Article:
Jukebox the Ghost – Tickets – World Cafe Live Philadelphia – Philadelphia, PA – April 1st, 2014

Jukebox the Ghost

WXPN Welcomes

Jukebox the Ghost

HOLYCHILD

Tue · April 1, 2014

Doors: 6:30 pm / Show: 8:00 pm

World Cafe Live Philadelphia

$17.00

This event is all ages

All sales are final. Ticket prices do not include processing fees. There are no refunds or exchanges. Cameras & recording devices are not permitted. Showtime and supporting acts are subject to change.

Mezzanine tickets are assessed an additional service fee. For more information, please read the Mezzanine FAQ.

Dining is available at World Cafe Live. Reservations are accepted for Upstairs Live, our full service restaurant; we recommend scheduling a reservation 1½ to 2 hours before show time. Downstairs Live offers a full service bar, and a limited food menu is available for most shows. For more information, please read the Dining FAQ.

WHEELCHAIR ACCESSIBLE SEATS are located on all seated levels of this theatre. For more information, please contact us at ticketingstaff@worldcafelive.com or call 215-222-1400.

Jukebox the Ghost
Jukebox the Ghost
Jukebox the Ghost is a band of musical survivors, a decade-strong trio that has carefully considered how to make a lasting statement while grinding out more than 150 shows a year. With their new self-titled album, Jukebox the Ghost unmistakably makes that statement…in the form of a big, lovable pop record. Jukebox the Ghost may be the tortoise in the race, but they’ve slowly, steadily made their way to the top.

Ben Thornewill, Tommy Siegel and Jesse Kristin had tossed around a few names for the album title between themselves but none expressed the confidence they had in the new material as much Jukebox the Ghost. Everything is clicking on Jukebox the Ghost: the intricate rock arrangements are juxtaposed with juicy sing-along choruses, and the whip-smart, searingly honest lyrics are delivered with beaming confidence and irresistible warmth. By looking at themselves in the mirror -- Thornewill calls the album a “self-evaluation,” while Siegel describes it as a “reinvention” – Jukebox the Ghost has come up with its strongest album to date, and easily its most accessible.

Jukebox the Ghost was released on October 21, 2014 on Yep Roc Records. Later that year, after hearing “The Great Unknown” in a movie trailer for 2014’s hit The Judge, Martin Kierszenbaum’s daughter brought the band’s new record to his attention, and in early 2015 he signed the band to Cherrytree Records, his successful imprint known for releasing juggernaut pop artists like Ellie Goulding, Disclosure, Feist, and more. Cherrytree will reissue the self-titled album with a special bonus disc in February of 2015.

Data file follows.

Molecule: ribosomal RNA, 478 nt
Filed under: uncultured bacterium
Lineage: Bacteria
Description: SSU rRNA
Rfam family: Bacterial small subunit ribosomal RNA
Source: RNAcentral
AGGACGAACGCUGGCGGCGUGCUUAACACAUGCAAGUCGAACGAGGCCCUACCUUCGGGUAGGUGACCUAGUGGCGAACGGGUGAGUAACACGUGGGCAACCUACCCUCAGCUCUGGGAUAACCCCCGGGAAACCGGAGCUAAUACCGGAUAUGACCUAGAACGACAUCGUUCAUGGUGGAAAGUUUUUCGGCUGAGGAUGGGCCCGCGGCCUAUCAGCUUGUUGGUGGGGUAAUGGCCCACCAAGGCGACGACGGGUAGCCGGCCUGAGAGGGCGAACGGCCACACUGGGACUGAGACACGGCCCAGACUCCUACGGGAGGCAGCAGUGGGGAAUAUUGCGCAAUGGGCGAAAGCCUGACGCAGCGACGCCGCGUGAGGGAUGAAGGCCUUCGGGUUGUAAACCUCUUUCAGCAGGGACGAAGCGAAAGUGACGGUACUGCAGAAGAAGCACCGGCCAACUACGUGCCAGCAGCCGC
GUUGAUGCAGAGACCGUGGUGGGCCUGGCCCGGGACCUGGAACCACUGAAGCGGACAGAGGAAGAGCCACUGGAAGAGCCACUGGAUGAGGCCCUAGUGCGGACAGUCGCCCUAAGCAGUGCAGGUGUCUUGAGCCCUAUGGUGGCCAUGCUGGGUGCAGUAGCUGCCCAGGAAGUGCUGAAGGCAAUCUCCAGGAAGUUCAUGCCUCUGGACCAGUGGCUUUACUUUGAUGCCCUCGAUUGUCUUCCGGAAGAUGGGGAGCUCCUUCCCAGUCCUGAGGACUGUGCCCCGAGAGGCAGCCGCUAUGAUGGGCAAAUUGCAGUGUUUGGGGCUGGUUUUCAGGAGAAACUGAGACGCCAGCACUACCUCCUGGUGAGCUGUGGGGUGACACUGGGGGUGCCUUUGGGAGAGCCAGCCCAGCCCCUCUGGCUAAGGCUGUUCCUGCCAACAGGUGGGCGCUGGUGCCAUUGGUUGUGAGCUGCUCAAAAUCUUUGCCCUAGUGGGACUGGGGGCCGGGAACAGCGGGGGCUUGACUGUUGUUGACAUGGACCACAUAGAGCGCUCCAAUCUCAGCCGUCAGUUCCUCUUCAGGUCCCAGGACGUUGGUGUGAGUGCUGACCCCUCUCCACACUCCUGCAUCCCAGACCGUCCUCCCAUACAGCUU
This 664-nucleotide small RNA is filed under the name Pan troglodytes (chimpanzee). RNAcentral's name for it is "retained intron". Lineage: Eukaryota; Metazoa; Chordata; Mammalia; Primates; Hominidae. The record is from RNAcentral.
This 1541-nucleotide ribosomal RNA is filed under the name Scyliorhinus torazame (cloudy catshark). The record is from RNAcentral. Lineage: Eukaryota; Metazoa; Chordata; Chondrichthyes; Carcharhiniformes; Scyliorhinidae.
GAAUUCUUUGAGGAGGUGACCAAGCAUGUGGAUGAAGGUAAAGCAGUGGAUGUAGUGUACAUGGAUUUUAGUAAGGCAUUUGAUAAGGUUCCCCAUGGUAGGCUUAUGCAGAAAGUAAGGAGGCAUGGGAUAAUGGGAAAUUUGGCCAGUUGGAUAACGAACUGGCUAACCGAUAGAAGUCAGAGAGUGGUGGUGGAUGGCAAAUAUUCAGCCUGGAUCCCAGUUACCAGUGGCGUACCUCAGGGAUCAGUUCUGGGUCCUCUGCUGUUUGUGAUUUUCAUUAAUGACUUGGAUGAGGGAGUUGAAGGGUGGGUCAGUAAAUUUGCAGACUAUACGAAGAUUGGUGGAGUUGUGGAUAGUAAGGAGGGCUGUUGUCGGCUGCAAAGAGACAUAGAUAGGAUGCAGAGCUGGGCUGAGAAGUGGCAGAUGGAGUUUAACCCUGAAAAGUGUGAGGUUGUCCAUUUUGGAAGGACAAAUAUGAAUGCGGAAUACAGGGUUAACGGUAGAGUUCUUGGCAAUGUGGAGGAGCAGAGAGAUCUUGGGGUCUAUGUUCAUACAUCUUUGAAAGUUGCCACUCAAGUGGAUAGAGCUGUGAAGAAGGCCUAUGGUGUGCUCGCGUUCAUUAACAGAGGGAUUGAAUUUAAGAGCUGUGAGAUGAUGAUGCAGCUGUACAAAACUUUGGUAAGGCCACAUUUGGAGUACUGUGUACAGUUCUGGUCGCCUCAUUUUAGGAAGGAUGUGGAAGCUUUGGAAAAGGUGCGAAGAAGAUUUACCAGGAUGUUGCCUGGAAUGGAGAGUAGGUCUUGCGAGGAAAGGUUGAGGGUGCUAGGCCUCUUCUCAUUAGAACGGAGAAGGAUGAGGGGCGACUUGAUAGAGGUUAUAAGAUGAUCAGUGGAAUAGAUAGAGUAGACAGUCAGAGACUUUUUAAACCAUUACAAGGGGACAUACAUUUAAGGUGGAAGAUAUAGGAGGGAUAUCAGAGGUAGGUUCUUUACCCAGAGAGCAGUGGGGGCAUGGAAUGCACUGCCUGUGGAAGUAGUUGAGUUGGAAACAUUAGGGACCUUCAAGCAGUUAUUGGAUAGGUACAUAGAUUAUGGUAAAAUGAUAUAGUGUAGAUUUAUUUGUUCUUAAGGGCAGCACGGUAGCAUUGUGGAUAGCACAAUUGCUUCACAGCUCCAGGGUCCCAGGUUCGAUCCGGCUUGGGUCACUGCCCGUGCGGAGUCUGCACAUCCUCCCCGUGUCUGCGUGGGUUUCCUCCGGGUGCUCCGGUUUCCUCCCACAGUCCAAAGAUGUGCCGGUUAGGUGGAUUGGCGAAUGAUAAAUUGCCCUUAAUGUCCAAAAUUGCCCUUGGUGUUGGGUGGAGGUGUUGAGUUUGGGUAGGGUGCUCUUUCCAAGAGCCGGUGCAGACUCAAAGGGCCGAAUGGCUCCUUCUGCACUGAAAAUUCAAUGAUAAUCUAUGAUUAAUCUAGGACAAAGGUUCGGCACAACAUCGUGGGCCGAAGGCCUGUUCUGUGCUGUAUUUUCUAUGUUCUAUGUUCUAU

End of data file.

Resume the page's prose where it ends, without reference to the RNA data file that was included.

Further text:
“After the work and care we put into the songs, in choosing them and arranging them, by the time it was finished, we all came around to feeling like this record is who we are,” says pianist-vocalist Thornewill.

Instead of hurrying through the follow-up to 2012’s Safe Travels, the trio took its time piecing the track list of Jukebox the Ghost together, coming up with 50 demos over a 10-month period. There was only one goal, and it was uncompromising: to mine the best songs of the group's career.

“Even after the song selection was done, we really took a closer eye at the arrangements than ever,” Siegel says. “As a result, the instrumentation is a pretty big departure from anything we’ve done before. We tried to step outside of the guitar-drums-piano box and do whatever textures seemed to fit for each individual song.”

Jukebox the Ghost is the band's fourth album, its second produced by Dan Romer (A Great Big World, Ingrid Michaelson), and its first with additional production by Andrew Dawson (Kanye West, fun.). Unleashing more catchy melodies in its first six tracks than one might expect to hear from a career pop artist's entire catalogue, there is ample proof on Jukebox the Ghost of how fierce the paired songwriting powerhouse that is Ben Thornewill and Tommy Siegel, combined with Jesse Kristin's razor-tight and musical drumming, has become after years of road and studio experience. Trading multi-song suites and theatrical turns commonly featured on previous Jukebox records for the song format it knows best, Jukebox the Ghost's self-titled album is curated as an unapologetic pop record start to finish. Yet, one hears the band taking bold risk and adventure.

While lead single “The Great Unknown” soars with anthemic rock adrenaline that stays close to the band's long-honed piano-rock sound and has seen the band’s highest success at alternative radio, the songs “Made For Ending,” “Sound of a Broken Heart,” and “Postcard” all take a different direction and combine the band's power-pop composition with R&B and hip-hop flair. Punchy drum samples and rhythmic synthesizers cast glitter upon Jukebox the Ghost's ever-strong songwriting core on Jukebox the Ghost, making it the band's most modern-sounding and ambitious work. On “Girl” singer-pianist Thornewill showcases his soulful vocal ability, powerful as ever, crooning over a steady mid-tempo number flush with snaps, a bass groove, and little else. The track “Postcard,” produced by Andrew Dawson, throws Thornewill's confident vocals and punchy piano performance against a backdrop of lush synths and hip-hop-inspired grooves to create something truly new for the band. Uncharted territory doesn't stop there.